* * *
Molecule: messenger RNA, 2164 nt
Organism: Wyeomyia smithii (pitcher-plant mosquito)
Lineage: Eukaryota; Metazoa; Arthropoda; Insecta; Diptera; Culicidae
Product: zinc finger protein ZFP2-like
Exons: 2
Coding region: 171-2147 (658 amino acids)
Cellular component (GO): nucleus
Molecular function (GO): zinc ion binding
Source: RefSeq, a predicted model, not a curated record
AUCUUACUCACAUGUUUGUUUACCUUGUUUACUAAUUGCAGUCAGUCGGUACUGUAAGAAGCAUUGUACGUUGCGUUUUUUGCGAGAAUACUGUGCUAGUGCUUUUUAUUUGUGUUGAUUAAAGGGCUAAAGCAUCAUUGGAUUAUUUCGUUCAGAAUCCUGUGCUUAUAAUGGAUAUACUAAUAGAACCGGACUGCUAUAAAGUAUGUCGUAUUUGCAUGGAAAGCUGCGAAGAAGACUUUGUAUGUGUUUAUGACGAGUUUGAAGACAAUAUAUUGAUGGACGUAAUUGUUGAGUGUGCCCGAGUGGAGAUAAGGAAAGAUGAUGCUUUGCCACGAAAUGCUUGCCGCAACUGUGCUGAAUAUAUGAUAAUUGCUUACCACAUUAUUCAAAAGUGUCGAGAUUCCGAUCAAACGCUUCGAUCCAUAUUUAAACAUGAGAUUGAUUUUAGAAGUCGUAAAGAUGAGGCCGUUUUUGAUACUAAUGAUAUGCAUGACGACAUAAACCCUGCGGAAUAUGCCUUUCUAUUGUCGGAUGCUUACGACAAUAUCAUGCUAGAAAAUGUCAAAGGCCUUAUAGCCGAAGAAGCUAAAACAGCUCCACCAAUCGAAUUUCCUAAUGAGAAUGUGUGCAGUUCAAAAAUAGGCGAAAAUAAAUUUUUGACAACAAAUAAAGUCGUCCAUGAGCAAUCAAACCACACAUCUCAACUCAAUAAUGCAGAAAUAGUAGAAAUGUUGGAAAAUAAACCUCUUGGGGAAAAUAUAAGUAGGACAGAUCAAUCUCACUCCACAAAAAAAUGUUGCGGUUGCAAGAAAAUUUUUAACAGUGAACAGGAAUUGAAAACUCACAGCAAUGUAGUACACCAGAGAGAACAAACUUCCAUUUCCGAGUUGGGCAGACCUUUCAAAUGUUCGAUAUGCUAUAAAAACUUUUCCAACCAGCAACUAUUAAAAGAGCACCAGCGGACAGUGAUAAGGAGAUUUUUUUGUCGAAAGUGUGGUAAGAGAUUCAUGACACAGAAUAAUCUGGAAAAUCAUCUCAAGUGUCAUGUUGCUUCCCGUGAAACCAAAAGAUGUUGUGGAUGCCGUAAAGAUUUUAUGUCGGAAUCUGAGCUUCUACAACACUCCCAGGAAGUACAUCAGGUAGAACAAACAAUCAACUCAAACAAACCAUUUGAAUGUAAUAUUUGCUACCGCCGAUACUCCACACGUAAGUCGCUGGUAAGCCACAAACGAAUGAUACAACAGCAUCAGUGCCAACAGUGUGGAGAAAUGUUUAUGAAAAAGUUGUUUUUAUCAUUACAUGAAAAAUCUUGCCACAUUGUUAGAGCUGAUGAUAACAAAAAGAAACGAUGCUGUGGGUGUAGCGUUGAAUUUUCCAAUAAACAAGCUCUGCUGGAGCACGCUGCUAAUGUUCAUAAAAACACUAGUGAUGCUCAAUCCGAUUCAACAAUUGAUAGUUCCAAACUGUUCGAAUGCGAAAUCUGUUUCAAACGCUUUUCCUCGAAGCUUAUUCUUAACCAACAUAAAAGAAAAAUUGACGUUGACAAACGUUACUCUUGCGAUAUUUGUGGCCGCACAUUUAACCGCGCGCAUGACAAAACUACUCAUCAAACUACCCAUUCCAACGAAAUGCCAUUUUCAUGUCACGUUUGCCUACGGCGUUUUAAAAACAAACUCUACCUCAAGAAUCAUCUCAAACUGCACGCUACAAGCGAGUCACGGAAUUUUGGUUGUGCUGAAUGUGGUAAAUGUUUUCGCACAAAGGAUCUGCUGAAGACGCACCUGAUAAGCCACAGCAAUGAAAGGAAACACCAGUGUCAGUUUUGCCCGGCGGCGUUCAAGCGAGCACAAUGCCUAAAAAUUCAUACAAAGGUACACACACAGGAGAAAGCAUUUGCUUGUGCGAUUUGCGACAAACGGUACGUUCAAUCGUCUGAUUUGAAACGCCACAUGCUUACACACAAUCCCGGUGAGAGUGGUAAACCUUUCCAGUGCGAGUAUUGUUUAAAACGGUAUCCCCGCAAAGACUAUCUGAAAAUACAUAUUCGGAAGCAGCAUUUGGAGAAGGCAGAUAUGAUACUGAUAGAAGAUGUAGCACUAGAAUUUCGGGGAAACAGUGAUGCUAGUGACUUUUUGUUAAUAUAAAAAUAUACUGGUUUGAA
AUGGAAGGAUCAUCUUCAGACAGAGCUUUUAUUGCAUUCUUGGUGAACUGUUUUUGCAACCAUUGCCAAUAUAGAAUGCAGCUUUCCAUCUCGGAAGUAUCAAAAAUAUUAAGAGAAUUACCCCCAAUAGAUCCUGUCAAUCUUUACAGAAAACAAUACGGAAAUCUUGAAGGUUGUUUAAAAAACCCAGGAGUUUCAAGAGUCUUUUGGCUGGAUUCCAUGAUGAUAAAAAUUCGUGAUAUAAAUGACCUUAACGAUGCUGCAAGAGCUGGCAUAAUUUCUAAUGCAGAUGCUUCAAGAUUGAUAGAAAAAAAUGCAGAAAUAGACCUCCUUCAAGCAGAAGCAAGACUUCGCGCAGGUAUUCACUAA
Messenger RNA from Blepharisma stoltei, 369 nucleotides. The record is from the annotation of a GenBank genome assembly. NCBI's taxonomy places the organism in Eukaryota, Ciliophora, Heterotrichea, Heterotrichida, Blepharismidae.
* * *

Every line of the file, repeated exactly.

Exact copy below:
Molecule: messenger RNA, 2164 nt
Organism: Wyeomyia smithii (pitcher-plant mosquito)
Lineage: Eukaryota; Metazoa; Arthropoda; Insecta; Diptera; Culicidae
Product: zinc finger protein ZFP2-like
Exons: 2
Coding region: 171-2147 (658 amino acids)
Cellular component (GO): nucleus
Molecular function (GO): zinc ion binding
Source: RefSeq, a predicted model, not a curated record
AUCUUACUCACAUGUUUGUUUACCUUGUUUACUAAUUGCAGUCAGUCGGUACUGUAAGAAGCAUUGUACGUUGCGUUUUUUGCGAGAAUACUGUGCUAGUGCUUUUUAUUUGUGUUGAUUAAAGGGCUAAAGCAUCAUUGGAUUAUUUCGUUCAGAAUCCUGUGCUUAUAAUGGAUAUACUAAUAGAACCGGACUGCUAUAAAGUAUGUCGUAUUUGCAUGGAAAGCUGCGAAGAAGACUUUGUAUGUGUUUAUGACGAGUUUGAAGACAAUAUAUUGAUGGACGUAAUUGUUGAGUGUGCCCGAGUGGAGAUAAGGAAAGAUGAUGCUUUGCCACGAAAUGCUUGCCGCAACUGUGCUGAAUAUAUGAUAAUUGCUUACCACAUUAUUCAAAAGUGUCGAGAUUCCGAUCAAACGCUUCGAUCCAUAUUUAAACAUGAGAUUGAUUUUAGAAGUCGUAAAGAUGAGGCCGUUUUUGAUACUAAUGAUAUGCAUGACGACAUAAACCCUGCGGAAUAUGCCUUUCUAUUGUCGGAUGCUUACGACAAUAUCAUGCUAGAAAAUGUCAAAGGCCUUAUAGCCGAAGAAGCUAAAACAGCUCCACCAAUCGAAUUUCCUAAUGAGAAUGUGUGCAGUUCAAAAAUAGGCGAAAAUAAAUUUUUGACAACAAAUAAAGUCGUCCAUGAGCAAUCAAACCACACAUCUCAACUCAAUAAUGCAGAAAUAGUAGAAAUGUUGGAAAAUAAACCUCUUGGGGAAAAUAUAAGUAGGACAGAUCAAUCUCACUCCACAAAAAAAUGUUGCGGUUGCAAGAAAAUUUUUAACAGUGAACAGGAAUUGAAAACUCACAGCAAUGUAGUACACCAGAGAGAACAAACUUCCAUUUCCGAGUUGGGCAGACCUUUCAAAUGUUCGAUAUGCUAUAAAAACUUUUCCAACCAGCAACUAUUAAAAGAGCACCAGCGGACAGUGAUAAGGAGAUUUUUUUGUCGAAAGUGUGGUAAGAGAUUCAUGACACAGAAUAAUCUGGAAAAUCAUCUCAAGUGUCAUGUUGCUUCCCGUGAAACCAAAAGAUGUUGUGGAUGCCGUAAAGAUUUUAUGUCGGAAUCUGAGCUUCUACAACACUCCCAGGAAGUACAUCAGGUAGAACAAACAAUCAACUCAAACAAACCAUUUGAAUGUAAUAUUUGCUACCGCCGAUACUCCACACGUAAGUCGCUGGUAAGCCACAAACGAAUGAUACAACAGCAUCAGUGCCAACAGUGUGGAGAAAUGUUUAUGAAAAAGUUGUUUUUAUCAUUACAUGAAAAAUCUUGCCACAUUGUUAGAGCUGAUGAUAACAAAAAGAAACGAUGCUGUGGGUGUAGCGUUGAAUUUUCCAAUAAACAAGCUCUGCUGGAGCACGCUGCUAAUGUUCAUAAAAACACUAGUGAUGCUCAAUCCGAUUCAACAAUUGAUAGUUCCAAACUGUUCGAAUGCGAAAUCUGUUUCAAACGCUUUUCCUCGAAGCUUAUUCUUAACCAACAUAAAAGAAAAAUUGACGUUGACAAACGUUACUCUUGCGAUAUUUGUGGCCGCACAUUUAACCGCGCGCAUGACAAAACUACUCAUCAAACUACCCAUUCCAACGAAAUGCCAUUUUCAUGUCACGUUUGCCUACGGCGUUUUAAAAACAAACUCUACCUCAAGAAUCAUCUCAAACUGCACGCUACAAGCGAGUCACGGAAUUUUGGUUGUGCUGAAUGUGGUAAAUGUUUUCGCACAAAGGAUCUGCUGAAGACGCACCUGAUAAGCCACAGCAAUGAAAGGAAACACCAGUGUCAGUUUUGCCCGGCGGCGUUCAAGCGAGCACAAUGCCUAAAAAUUCAUACAAAGGUACACACACAGGAGAAAGCAUUUGCUUGUGCGAUUUGCGACAAACGGUACGUUCAAUCGUCUGAUUUGAAACGCCACAUGCUUACACACAAUCCCGGUGAGAGUGGUAAACCUUUCCAGUGCGAGUAUUGUUUAAAACGGUAUCCCCGCAAAGACUAUCUGAAAAUACAUAUUCGGAAGCAGCAUUUGGAGAAGGCAGAUAUGAUACUGAUAGAAGAUGUAGCACUAGAAUUUCGGGGAAACAGUGAUGCUAGUGACUUUUUGUUAAUAUAAAAAUAUACUGGUUUGAA
AUGGAAGGAUCAUCUUCAGACAGAGCUUUUAUUGCAUUCUUGGUGAACUGUUUUUGCAACCAUUGCCAAUAUAGAAUGCAGCUUUCCAUCUCGGAAGUAUCAAAAAUAUUAAGAGAAUUACCCCCAAUAGAUCCUGUCAAUCUUUACAGAAAACAAUACGGAAAUCUUGAAGGUUGUUUAAAAAACCCAGGAGUUUCAAGAGUCUUUUGGCUGGAUUCCAUGAUGAUAAAAAUUCGUGAUAUAAAUGACCUUAACGAUGCUGCAAGAGCUGGCAUAAUUUCUAAUGCAGAUGCUUCAAGAUUGAUAGAAAAAAAUGCAGAAAUAGACCUCCUUCAAGCAGAAGCAAGACUUCGCGCAGGUAUUCACUAA
Messenger RNA from Blepharisma stoltei, 369 nucleotides. The record is from the annotation of a GenBank genome assembly. NCBI's taxonomy places the organism in Eukaryota, Ciliophora, Heterotrichea, Heterotrichida, Blepharismidae.